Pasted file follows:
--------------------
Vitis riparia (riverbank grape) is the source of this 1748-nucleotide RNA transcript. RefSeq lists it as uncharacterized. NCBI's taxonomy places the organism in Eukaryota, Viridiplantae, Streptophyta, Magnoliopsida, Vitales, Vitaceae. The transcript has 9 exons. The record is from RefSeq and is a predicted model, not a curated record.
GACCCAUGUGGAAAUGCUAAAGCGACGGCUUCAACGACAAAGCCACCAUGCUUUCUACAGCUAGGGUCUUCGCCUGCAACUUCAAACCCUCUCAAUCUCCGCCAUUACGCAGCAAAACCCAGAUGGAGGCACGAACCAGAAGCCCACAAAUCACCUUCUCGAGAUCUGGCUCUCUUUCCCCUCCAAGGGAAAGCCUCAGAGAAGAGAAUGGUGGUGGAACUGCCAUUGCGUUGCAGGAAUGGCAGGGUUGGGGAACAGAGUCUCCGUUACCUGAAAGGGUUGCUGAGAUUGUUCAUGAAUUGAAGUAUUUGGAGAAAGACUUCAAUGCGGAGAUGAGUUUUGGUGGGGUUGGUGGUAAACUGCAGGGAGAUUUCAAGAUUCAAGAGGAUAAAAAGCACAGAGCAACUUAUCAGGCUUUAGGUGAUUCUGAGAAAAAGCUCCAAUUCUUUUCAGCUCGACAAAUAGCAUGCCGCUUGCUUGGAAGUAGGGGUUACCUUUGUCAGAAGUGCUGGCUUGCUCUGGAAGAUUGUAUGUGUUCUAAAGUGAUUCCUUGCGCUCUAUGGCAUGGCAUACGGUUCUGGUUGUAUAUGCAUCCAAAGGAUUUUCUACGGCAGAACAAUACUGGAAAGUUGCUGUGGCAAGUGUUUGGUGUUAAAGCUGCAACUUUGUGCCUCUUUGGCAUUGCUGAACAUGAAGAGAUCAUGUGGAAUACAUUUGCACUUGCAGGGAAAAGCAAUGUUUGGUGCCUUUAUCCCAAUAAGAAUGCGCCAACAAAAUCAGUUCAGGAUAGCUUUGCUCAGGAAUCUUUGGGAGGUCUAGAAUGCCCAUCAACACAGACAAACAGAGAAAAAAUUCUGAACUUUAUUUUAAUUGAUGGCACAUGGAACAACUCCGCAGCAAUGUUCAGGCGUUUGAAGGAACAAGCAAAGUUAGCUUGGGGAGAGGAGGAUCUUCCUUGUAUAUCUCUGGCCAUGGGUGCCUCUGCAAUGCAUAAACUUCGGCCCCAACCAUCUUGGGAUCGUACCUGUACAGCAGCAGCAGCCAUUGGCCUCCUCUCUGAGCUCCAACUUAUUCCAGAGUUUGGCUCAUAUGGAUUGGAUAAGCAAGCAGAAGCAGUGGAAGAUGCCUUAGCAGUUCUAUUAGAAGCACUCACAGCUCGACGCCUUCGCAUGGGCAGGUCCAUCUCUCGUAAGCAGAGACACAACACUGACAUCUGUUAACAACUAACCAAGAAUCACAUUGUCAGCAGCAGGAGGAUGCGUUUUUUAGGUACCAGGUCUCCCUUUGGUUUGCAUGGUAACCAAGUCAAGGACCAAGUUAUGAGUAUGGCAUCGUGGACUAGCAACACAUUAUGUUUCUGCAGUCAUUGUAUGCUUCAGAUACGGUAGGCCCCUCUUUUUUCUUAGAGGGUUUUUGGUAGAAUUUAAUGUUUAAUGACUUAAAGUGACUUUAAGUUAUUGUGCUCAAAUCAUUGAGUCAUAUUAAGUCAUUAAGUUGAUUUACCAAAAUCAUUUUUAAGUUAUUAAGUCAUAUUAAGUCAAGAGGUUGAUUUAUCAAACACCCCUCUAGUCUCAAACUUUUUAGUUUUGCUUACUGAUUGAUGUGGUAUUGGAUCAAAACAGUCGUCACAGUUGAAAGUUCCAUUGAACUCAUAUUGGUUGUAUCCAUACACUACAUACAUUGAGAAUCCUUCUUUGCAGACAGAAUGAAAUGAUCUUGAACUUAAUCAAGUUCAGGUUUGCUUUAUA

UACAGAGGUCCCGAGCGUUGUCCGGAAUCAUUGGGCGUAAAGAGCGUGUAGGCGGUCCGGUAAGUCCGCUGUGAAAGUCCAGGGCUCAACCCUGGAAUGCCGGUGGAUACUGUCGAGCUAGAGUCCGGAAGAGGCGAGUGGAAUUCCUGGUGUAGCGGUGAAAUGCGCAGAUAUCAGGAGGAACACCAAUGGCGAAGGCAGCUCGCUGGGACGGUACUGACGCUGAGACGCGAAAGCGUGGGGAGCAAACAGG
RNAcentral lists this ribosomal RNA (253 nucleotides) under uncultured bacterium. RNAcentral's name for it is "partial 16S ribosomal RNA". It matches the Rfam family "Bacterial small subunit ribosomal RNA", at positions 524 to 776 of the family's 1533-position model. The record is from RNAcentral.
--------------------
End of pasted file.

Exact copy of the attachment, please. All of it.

Vitis riparia (riverbank grape) is the source of this 1748-nucleotide RNA transcript. RefSeq lists it as uncharacterized. NCBI's taxonomy places the organism in Eukaryota, Viridiplantae, Streptophyta, Magnoliopsida, Vitales, Vitaceae. The transcript has 9 exons. The record is from RefSeq and is a predicted model, not a curated record.
GACCCAUGUGGAAAUGCUAAAGCGACGGCUUCAACGACAAAGCCACCAUGCUUUCUACAGCUAGGGUCUUCGCCUGCAACUUCAAACCCUCUCAAUCUCCGCCAUUACGCAGCAAAACCCAGAUGGAGGCACGAACCAGAAGCCCACAAAUCACCUUCUCGAGAUCUGGCUCUCUUUCCCCUCCAAGGGAAAGCCUCAGAGAAGAGAAUGGUGGUGGAACUGCCAUUGCGUUGCAGGAAUGGCAGGGUUGGGGAACAGAGUCUCCGUUACCUGAAAGGGUUGCUGAGAUUGUUCAUGAAUUGAAGUAUUUGGAGAAAGACUUCAAUGCGGAGAUGAGUUUUGGUGGGGUUGGUGGUAAACUGCAGGGAGAUUUCAAGAUUCAAGAGGAUAAAAAGCACAGAGCAACUUAUCAGGCUUUAGGUGAUUCUGAGAAAAAGCUCCAAUUCUUUUCAGCUCGACAAAUAGCAUGCCGCUUGCUUGGAAGUAGGGGUUACCUUUGUCAGAAGUGCUGGCUUGCUCUGGAAGAUUGUAUGUGUUCUAAAGUGAUUCCUUGCGCUCUAUGGCAUGGCAUACGGUUCUGGUUGUAUAUGCAUCCAAAGGAUUUUCUACGGCAGAACAAUACUGGAAAGUUGCUGUGGCAAGUGUUUGGUGUUAAAGCUGCAACUUUGUGCCUCUUUGGCAUUGCUGAACAUGAAGAGAUCAUGUGGAAUACAUUUGCACUUGCAGGGAAAAGCAAUGUUUGGUGCCUUUAUCCCAAUAAGAAUGCGCCAACAAAAUCAGUUCAGGAUAGCUUUGCUCAGGAAUCUUUGGGAGGUCUAGAAUGCCCAUCAACACAGACAAACAGAGAAAAAAUUCUGAACUUUAUUUUAAUUGAUGGCACAUGGAACAACUCCGCAGCAAUGUUCAGGCGUUUGAAGGAACAAGCAAAGUUAGCUUGGGGAGAGGAGGAUCUUCCUUGUAUAUCUCUGGCCAUGGGUGCCUCUGCAAUGCAUAAACUUCGGCCCCAACCAUCUUGGGAUCGUACCUGUACAGCAGCAGCAGCCAUUGGCCUCCUCUCUGAGCUCCAACUUAUUCCAGAGUUUGGCUCAUAUGGAUUGGAUAAGCAAGCAGAAGCAGUGGAAGAUGCCUUAGCAGUUCUAUUAGAAGCACUCACAGCUCGACGCCUUCGCAUGGGCAGGUCCAUCUCUCGUAAGCAGAGACACAACACUGACAUCUGUUAACAACUAACCAAGAAUCACAUUGUCAGCAGCAGGAGGAUGCGUUUUUUAGGUACCAGGUCUCCCUUUGGUUUGCAUGGUAACCAAGUCAAGGACCAAGUUAUGAGUAUGGCAUCGUGGACUAGCAACACAUUAUGUUUCUGCAGUCAUUGUAUGCUUCAGAUACGGUAGGCCCCUCUUUUUUCUUAGAGGGUUUUUGGUAGAAUUUAAUGUUUAAUGACUUAAAGUGACUUUAAGUUAUUGUGCUCAAAUCAUUGAGUCAUAUUAAGUCAUUAAGUUGAUUUACCAAAAUCAUUUUUAAGUUAUUAAGUCAUAUUAAGUCAAGAGGUUGAUUUAUCAAACACCCCUCUAGUCUCAAACUUUUUAGUUUUGCUUACUGAUUGAUGUGGUAUUGGAUCAAAACAGUCGUCACAGUUGAAAGUUCCAUUGAACUCAUAUUGGUUGUAUCCAUACACUACAUACAUUGAGAAUCCUUCUUUGCAGACAGAAUGAAAUGAUCUUGAACUUAAUCAAGUUCAGGUUUGCUUUAUA

UACAGAGGUCCCGAGCGUUGUCCGGAAUCAUUGGGCGUAAAGAGCGUGUAGGCGGUCCGGUAAGUCCGCUGUGAAAGUCCAGGGCUCAACCCUGGAAUGCCGGUGGAUACUGUCGAGCUAGAGUCCGGAAGAGGCGAGUGGAAUUCCUGGUGUAGCGGUGAAAUGCGCAGAUAUCAGGAGGAACACCAAUGGCGAAGGCAGCUCGCUGGGACGGUACUGACGCUGAGACGCGAAAGCGUGGGGAGCAAACAGG
RNAcentral lists this ribosomal RNA (253 nucleotides) under uncultured bacterium. RNAcentral's name for it is "partial 16S ribosomal RNA". It matches the Rfam family "Bacterial small subunit ribosomal RNA", at positions 524 to 776 of the family's 1533-position model. The record is from RNAcentral.